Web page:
• Consumer Protection from Unfair Trading Regulations 2008
  • Estate Agents Act 1979 + Regulations
  • Money Laundering Regulations 2017
  • Consumer Contracts (Info, Cancellation and Additional Charges) Regs
  • The Property Ombudsman Code of Practice
  • Companies Act/Business Names Act 1985
  • The Energy Performance of Buildings (Certificates and Inspections) Regs
  • Data Protection Act 1998
  • Electronic Commerce (EC Directive) Regulations 2002
  • Town & Country Planning (Control of Advertising) Regulations
  • Unfair Terms in Consumer Contracts Regulations 1999
So where are agents falling down?

It seems many agents are getting into trouble right at the start of their relationships, with complaints relating to instructions/terms of business featuring second on the list for sales agents and third for lettings agents, with poor communication and record keeping coming in first and second respectively.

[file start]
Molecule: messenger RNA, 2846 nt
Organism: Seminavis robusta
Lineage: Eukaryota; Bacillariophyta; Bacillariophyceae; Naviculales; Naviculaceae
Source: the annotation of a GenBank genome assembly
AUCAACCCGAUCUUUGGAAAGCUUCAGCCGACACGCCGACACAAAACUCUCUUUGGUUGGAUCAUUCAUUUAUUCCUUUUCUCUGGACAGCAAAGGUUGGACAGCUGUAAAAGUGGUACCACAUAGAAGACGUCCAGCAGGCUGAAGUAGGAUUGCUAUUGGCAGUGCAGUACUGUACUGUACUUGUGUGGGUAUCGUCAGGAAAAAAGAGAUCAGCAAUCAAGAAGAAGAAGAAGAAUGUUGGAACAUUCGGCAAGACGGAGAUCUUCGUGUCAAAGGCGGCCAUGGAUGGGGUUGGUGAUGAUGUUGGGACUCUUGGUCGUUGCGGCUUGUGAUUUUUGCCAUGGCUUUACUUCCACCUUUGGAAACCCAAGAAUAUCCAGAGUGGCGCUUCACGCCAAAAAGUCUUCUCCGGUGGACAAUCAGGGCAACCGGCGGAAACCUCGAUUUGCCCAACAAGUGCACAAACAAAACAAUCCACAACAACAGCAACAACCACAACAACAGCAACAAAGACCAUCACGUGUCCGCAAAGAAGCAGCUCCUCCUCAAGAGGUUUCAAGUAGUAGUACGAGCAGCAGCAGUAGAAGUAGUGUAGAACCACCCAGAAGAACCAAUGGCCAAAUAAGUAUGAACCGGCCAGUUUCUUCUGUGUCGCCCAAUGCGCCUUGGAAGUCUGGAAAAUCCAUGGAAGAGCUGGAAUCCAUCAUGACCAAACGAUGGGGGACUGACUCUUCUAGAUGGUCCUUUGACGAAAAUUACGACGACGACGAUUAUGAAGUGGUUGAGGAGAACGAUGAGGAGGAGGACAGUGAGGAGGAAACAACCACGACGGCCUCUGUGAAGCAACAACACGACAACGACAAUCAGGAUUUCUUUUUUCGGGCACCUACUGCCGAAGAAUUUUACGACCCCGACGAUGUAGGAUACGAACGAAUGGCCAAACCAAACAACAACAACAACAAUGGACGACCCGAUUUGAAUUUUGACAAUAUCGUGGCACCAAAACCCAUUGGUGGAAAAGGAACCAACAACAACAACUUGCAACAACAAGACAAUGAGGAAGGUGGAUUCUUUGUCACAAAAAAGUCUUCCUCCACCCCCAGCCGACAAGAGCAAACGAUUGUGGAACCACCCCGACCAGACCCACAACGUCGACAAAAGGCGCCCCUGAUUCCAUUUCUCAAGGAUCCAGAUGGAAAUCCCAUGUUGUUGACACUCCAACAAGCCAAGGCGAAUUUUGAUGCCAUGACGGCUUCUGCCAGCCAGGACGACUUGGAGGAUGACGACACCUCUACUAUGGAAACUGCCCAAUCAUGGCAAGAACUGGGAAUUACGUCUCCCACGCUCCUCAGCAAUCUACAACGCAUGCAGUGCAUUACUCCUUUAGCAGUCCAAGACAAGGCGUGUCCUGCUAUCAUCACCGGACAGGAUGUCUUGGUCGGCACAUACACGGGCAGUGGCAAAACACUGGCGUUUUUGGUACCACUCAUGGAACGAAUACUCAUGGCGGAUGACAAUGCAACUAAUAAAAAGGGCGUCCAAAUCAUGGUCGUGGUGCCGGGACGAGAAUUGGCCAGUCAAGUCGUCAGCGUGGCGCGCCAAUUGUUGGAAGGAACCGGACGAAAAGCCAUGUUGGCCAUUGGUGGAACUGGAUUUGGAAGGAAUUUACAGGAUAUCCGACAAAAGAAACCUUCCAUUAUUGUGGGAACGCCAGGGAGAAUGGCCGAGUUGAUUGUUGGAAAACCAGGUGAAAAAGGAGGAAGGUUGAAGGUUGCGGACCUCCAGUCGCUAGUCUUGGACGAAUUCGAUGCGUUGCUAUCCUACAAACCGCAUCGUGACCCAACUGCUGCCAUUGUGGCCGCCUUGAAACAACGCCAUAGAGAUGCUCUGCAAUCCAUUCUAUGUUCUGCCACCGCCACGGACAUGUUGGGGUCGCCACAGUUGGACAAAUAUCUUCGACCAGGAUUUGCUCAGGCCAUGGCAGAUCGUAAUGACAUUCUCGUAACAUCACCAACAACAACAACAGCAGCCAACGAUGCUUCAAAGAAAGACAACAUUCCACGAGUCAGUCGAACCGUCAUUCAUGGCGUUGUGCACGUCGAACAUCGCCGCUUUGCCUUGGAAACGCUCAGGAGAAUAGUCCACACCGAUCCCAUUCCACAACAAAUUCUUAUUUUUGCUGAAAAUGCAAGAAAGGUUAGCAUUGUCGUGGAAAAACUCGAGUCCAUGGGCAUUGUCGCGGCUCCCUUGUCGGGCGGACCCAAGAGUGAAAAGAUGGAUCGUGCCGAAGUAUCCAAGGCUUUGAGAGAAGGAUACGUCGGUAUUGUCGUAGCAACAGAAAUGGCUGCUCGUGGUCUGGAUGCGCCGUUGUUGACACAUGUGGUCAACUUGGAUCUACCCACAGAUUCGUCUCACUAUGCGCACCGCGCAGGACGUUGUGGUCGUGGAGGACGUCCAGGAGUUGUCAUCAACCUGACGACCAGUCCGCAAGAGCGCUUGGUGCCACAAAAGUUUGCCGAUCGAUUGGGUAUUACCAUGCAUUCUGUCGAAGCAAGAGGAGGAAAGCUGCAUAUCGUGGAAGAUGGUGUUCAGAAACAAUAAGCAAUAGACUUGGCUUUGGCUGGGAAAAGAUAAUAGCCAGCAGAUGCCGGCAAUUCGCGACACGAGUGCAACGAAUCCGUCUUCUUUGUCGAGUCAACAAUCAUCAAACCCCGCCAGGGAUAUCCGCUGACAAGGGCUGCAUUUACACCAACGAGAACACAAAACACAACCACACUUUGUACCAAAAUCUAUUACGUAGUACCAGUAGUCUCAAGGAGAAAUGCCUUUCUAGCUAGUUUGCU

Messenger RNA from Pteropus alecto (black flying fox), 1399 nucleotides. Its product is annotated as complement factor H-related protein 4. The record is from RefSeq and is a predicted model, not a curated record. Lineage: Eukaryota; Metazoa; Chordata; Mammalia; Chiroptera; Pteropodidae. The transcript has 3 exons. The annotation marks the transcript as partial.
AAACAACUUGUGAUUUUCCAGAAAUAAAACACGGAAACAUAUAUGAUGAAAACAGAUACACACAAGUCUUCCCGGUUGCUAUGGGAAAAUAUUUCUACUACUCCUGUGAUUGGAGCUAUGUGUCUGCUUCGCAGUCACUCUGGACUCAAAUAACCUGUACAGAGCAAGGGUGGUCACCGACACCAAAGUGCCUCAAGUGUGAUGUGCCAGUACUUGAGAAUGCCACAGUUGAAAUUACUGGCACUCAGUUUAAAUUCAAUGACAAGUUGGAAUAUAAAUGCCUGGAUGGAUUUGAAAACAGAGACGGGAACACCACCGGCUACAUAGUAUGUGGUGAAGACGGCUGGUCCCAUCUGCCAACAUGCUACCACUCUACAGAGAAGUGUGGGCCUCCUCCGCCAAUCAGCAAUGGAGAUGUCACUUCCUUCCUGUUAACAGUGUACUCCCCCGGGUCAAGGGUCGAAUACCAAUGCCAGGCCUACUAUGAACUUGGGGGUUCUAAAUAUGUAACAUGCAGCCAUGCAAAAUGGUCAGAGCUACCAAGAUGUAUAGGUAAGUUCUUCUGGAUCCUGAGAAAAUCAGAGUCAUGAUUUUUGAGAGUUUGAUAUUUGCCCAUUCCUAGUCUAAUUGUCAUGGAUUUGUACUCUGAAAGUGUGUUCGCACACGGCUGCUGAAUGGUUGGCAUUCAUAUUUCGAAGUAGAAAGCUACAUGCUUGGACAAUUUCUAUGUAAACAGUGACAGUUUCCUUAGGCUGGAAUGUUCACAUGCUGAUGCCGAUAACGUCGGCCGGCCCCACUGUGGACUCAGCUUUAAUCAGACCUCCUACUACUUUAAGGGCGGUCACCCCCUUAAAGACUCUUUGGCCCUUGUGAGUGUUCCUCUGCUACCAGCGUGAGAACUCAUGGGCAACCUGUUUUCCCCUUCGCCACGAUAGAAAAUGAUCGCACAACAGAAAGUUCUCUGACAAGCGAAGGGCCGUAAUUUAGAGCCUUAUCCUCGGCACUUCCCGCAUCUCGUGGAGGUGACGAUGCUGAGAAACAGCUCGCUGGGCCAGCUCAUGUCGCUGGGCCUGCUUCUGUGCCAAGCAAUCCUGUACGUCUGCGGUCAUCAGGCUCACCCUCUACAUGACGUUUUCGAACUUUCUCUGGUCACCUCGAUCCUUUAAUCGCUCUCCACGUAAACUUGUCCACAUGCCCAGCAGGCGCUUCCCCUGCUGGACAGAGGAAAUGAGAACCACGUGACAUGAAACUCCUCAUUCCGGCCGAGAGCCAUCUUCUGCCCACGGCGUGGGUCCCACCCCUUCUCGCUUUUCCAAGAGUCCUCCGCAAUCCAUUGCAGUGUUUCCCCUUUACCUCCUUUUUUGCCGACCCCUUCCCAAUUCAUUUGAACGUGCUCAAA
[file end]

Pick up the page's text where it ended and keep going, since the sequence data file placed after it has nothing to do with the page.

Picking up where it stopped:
The importance of ensuring that T&C’s are clear and relate specifically to the customer and their specific circumstances can not be overstated. In addition gaining approval for agent produced marketing collateral is a must, it’s sometimes seen as an irritation and a delay to getting a property on the market but it is certainly best practice and a requirement for those agents who are Property Ombudsman members.

Is Tech the answer?

Tech can certainly help, there are a variety of great solutions available that can assist the agent / client relationship right from onboarding through to end of tenancy or sale completion. The key is ensuring you know your obligations and then choosing the most suitable solutions for your business.

Best Practice

An array of compliance tech will help but will not keep an agent safe if used poorly.